0d partmgr!PmGlobalDispatch
    0e nt!IopfCallDriver
    0f nt!IovCallDriver
    10 nt!IofCallDriver
    11 partmgr!PartitionIo
    12 partmgr!PartitionWrite
    13 partmgr!PmGlobalDispatch
    14 nt!IopfCallDriver
    15 nt!IovCallDriver
    16 nt!IofCallDriver
    17 volmgr!VmReadWrite
    18 nt!IopfCallDriver
    19 nt!IovCallDriver
    1a nt!IofCallDriver
    1b volume!VolumePassThrough
    1c nt!IopfCallDriver
    1d nt!IovCallDriver
    1e nt!IofCallDriver
    1f volsnap!VolsnapWriteFilter
    20 volsnap!VolSnapWrite
    21 nt!IopfCallDriver
    22 nt!IovCallDriver
    23 nt!IofCallDriver
    24 nt!ViFilterDispatchGeneric
    25 nt!IopfCallDriver
    26 nt!IovCallDriver
    27 nt!IofCallDriver
    28 Wdf01000!FxIoTarget::Send
    29 Wdf01000!imp_WdfRequestSend
    2a OsrFlt!WdfRequestSend
    2b OsrFlt!OsrFltUtilSendAndForgetRequest
    2c OsrFlt!OsrFltVolumeEvtIoWrite
    2d Wdf01000!FxIoQueueIoRead::Invoke
    2e Wdf01000!FxIoQueue::DispatchRequestToDriver
    2f Wdf01000!FxIoQueue::DispatchEvents
    30 Wdf01000!FxIoQueue::QueueRequest
    31 Wdf01000!FxPkgIo::DispatchStep2
    32 Wdf01000!FxPkgIo::DispatchStep1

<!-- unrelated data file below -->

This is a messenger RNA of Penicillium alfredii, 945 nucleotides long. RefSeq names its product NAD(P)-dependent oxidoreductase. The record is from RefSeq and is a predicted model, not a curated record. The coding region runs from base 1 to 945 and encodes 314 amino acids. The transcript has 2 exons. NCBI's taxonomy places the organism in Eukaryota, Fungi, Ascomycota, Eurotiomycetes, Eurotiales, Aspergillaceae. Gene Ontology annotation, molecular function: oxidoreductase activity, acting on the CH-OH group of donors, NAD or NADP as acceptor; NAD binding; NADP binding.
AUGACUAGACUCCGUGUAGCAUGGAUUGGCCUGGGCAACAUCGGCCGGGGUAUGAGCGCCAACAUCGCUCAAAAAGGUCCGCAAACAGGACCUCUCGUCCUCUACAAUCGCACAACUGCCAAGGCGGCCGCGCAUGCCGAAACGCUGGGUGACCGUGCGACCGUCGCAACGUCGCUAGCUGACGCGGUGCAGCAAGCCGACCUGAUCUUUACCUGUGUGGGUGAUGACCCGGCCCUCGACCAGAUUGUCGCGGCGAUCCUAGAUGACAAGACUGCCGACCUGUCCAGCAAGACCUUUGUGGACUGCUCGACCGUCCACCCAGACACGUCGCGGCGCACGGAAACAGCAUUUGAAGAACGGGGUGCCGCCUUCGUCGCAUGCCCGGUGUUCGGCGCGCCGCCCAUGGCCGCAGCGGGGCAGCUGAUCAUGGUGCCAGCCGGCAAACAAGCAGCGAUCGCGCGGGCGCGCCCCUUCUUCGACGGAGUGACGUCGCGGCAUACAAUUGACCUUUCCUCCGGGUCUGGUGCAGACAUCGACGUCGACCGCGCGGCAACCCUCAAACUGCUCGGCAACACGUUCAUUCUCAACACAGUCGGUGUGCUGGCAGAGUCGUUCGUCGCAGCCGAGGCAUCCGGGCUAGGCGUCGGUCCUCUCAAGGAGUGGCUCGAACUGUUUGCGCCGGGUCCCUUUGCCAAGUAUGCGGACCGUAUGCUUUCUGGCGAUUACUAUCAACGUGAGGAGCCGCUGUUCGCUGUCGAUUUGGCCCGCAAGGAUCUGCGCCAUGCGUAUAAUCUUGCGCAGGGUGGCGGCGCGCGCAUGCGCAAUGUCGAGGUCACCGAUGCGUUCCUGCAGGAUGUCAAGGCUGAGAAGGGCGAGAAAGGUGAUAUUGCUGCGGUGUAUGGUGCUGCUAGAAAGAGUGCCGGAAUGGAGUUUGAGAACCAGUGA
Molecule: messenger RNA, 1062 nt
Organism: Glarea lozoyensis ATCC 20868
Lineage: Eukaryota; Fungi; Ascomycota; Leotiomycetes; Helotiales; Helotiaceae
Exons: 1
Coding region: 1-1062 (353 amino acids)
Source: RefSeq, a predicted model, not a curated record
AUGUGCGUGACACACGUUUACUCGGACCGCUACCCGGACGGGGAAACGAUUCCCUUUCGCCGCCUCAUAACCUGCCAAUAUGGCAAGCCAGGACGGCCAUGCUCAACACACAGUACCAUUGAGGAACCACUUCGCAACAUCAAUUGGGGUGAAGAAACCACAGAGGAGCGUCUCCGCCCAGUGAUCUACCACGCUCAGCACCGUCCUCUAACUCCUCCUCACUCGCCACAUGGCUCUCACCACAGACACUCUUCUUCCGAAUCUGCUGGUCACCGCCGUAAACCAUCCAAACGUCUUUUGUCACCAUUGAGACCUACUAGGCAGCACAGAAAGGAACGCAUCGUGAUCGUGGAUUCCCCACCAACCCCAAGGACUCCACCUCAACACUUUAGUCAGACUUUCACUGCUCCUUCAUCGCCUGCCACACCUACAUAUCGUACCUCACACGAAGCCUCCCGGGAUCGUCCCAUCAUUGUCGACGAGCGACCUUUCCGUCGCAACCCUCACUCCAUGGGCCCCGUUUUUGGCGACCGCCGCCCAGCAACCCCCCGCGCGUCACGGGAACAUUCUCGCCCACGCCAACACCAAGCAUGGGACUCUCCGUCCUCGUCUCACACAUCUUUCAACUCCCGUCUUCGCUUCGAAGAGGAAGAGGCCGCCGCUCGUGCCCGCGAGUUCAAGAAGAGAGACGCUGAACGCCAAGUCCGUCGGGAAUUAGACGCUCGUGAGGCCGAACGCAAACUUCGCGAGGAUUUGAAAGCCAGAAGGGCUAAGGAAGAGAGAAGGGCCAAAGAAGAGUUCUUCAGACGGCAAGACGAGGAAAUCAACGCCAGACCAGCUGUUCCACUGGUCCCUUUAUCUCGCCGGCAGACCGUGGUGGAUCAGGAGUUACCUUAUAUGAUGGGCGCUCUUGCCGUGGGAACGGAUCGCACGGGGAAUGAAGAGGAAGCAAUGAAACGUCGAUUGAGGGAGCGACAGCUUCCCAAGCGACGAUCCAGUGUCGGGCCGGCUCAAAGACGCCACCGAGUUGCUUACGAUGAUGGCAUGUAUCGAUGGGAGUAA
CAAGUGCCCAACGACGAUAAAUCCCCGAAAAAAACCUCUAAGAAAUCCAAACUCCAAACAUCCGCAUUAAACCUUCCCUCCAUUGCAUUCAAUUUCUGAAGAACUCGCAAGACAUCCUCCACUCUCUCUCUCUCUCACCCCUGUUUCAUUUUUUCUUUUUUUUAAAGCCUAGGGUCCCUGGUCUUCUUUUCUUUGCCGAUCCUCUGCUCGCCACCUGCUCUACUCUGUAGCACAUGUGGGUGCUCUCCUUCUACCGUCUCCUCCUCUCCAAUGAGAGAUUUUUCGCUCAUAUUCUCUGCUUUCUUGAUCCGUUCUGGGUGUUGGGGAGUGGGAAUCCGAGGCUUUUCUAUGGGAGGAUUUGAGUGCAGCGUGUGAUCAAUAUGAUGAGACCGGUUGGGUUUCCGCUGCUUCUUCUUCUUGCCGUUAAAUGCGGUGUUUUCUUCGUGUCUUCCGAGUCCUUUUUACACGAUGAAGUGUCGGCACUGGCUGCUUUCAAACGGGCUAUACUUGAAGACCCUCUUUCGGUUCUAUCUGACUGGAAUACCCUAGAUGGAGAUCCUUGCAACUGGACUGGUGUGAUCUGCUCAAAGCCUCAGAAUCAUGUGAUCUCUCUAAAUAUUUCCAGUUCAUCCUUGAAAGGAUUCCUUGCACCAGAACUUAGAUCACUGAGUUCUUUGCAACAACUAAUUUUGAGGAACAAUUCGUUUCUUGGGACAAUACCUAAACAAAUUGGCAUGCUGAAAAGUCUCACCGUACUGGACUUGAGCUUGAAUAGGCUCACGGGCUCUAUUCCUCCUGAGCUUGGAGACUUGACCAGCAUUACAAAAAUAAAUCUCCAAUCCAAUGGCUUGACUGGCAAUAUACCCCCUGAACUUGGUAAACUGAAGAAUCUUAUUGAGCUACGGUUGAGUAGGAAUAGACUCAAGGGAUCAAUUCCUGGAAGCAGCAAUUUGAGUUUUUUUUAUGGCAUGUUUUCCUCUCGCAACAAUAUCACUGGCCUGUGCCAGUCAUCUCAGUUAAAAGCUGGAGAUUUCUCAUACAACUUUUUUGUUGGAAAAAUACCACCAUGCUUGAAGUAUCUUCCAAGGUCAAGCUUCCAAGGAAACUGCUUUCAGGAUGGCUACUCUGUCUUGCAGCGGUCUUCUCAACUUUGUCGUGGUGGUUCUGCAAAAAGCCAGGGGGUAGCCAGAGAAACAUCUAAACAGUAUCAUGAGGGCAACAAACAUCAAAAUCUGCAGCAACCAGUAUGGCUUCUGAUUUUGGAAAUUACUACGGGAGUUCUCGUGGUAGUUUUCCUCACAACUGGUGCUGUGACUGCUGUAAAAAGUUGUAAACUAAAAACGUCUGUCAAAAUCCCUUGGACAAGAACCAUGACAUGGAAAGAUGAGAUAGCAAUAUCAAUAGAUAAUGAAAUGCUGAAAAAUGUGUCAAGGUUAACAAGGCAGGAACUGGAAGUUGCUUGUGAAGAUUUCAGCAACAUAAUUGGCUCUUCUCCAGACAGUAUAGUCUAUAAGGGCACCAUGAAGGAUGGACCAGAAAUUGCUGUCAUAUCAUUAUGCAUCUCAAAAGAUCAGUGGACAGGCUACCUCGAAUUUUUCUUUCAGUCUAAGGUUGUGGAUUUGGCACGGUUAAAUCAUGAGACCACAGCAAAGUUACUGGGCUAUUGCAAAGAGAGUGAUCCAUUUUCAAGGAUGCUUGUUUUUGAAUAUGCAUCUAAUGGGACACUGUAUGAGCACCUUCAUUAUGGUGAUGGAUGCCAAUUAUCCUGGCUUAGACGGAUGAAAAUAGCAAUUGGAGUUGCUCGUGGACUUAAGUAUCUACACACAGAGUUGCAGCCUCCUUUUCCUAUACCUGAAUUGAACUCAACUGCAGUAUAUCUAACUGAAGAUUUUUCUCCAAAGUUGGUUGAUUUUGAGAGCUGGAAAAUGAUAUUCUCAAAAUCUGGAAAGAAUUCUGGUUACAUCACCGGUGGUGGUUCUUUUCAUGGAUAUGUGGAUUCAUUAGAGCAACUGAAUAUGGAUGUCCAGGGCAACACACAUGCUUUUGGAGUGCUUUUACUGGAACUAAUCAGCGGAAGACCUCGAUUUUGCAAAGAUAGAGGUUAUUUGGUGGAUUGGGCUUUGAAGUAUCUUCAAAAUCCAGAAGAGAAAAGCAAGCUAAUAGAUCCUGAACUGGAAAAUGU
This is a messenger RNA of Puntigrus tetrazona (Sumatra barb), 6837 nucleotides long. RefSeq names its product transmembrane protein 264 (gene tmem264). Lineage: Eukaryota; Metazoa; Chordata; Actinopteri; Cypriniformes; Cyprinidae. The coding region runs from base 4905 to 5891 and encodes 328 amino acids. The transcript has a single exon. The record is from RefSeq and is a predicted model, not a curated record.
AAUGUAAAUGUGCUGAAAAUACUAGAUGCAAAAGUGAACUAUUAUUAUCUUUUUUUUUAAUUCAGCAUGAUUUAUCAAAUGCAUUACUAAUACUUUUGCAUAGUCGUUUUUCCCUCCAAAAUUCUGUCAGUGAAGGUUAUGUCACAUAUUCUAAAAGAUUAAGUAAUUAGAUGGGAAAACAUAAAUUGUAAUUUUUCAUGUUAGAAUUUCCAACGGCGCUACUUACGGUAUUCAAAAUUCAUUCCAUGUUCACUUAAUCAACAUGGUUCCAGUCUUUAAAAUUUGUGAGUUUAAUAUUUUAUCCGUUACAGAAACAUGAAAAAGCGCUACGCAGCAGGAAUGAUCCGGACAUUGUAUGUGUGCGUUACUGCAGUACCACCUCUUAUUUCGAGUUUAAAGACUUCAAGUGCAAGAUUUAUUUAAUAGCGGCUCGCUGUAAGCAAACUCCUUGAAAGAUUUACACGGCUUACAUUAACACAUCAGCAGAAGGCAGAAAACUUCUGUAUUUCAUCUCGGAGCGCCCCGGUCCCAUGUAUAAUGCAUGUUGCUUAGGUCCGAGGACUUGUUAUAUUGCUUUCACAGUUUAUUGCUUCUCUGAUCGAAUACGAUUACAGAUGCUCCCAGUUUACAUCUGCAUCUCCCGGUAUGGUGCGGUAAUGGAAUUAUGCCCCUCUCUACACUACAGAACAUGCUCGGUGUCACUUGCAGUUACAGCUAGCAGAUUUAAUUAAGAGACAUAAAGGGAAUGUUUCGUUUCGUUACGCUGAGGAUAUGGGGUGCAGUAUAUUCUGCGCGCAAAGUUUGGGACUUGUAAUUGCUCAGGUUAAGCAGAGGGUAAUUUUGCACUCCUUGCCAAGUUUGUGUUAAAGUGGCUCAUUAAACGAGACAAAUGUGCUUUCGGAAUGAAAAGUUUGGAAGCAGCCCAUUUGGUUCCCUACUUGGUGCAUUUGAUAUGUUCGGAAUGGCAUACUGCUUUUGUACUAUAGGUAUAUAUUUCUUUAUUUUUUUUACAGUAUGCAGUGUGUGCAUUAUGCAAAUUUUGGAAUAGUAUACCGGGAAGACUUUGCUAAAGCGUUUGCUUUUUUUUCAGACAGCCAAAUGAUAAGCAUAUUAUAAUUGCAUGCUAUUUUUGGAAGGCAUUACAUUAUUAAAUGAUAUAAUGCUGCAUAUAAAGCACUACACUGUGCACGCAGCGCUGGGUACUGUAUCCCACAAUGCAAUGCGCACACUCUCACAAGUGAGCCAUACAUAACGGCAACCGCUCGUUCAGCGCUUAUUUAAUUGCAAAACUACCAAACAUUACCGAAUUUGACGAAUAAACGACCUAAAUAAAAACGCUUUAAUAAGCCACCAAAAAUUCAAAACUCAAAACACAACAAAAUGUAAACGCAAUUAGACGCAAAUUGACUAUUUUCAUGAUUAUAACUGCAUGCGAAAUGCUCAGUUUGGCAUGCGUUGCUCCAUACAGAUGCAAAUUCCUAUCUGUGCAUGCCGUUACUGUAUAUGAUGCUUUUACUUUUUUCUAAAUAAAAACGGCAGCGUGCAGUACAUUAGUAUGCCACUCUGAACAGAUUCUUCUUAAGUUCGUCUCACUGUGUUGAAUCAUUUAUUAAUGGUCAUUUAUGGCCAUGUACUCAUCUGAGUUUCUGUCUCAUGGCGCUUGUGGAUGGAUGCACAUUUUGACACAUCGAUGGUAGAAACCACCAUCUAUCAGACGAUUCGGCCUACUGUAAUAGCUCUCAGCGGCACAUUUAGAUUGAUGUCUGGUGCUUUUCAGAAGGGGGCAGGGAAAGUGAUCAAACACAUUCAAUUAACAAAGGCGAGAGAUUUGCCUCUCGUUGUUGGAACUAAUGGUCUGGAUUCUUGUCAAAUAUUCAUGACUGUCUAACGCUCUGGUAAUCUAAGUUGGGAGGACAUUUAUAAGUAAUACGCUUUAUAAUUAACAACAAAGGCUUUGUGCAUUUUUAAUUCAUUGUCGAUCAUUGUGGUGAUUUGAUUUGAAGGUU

33 Wdf01000!FxPkgIo::Dispatch
    34 Wdf01000!DispatchWorker
    35 Wdf01000!FxDevice::Dispatch
    36 Wdf01000!FxDevice::DispatchWithLock
    37 nt!IopfCallDriver
    38 nt!IovCallDriver
    39 nt!IofCallDriver
    3a nt!ViFilterDispatchGeneric
    3b nt!IopfCallDriver
    3c nt!IovCallDriver
    3d nt!IofCallDriver
    3e Ntfs!NtfsStorageDriverCallout
    3f nt!KxSwitchKernelStackCallout
    40 nt!KiSwitchKernelStackContinue
    41 nt!KiExpandKernelStackAndCalloutOnStackSegment
    42 nt!KiExpandKernelStackAndCalloutSwitchStack
    43 nt!KeExpandKernelStackAndCalloutInternal
    44 nt!KeExpandKernelStackAndCalloutEx
    45 Ntfs!NtfsMultipleAsync
    46 Ntfs!NtfsNonCachedIo
    47 Ntfs!NtfsCommonWrite
    48 Ntfs!NtfsFsdWrite
    49 nt!IopfCallDriver
    4a nt!IovCallDriver
    4b nt!IofCallDriver
    4c FLTMGR!FltpLegacyProcessingAfterPreCallbacksCompleted
    4d FLTMGR!FltpDispatch
    4e nt!IopfCallDriver
    4f nt!IovCallDriver
    50 nt!IofCallDriver
    51 nt!IopSynchronousServiceTail
    52 nt!NtWriteFile

    If you were going to call ZwOpenProcess from within a filter here you might need the expand call because you have no idea how much stack is left.

    Usually you find out where you need this API by getting a crash (hopefully in testing but maybe at a customer site). In recent memory we've needed it around FltCreateFile calls (they can cause I/O) and a USB filter that sometimes generated I/O as a result of I/O.

    -scott
    OSR

  • 0xrepnz0xrepnz Member Posts: 33

    I see, thanks for answering.

    - Ori Damari
Sign In or Register to comment.

Howdy, Stranger!

It looks like you're new here. If you want to get involved, click one of these buttons!

Upcoming OSR Seminars
OSR has suspended in-person seminars due to the Covid-19 outbreak. But, don't miss your training! Attend via the internet instead!
Internals & Software Drivers 30 Nov 2020 LIVE ONLINE
Writing WDF Drivers 7 Dec 2020 LIVE ONLINE
Developing Minifilters Early 2021 LIVE ONLINE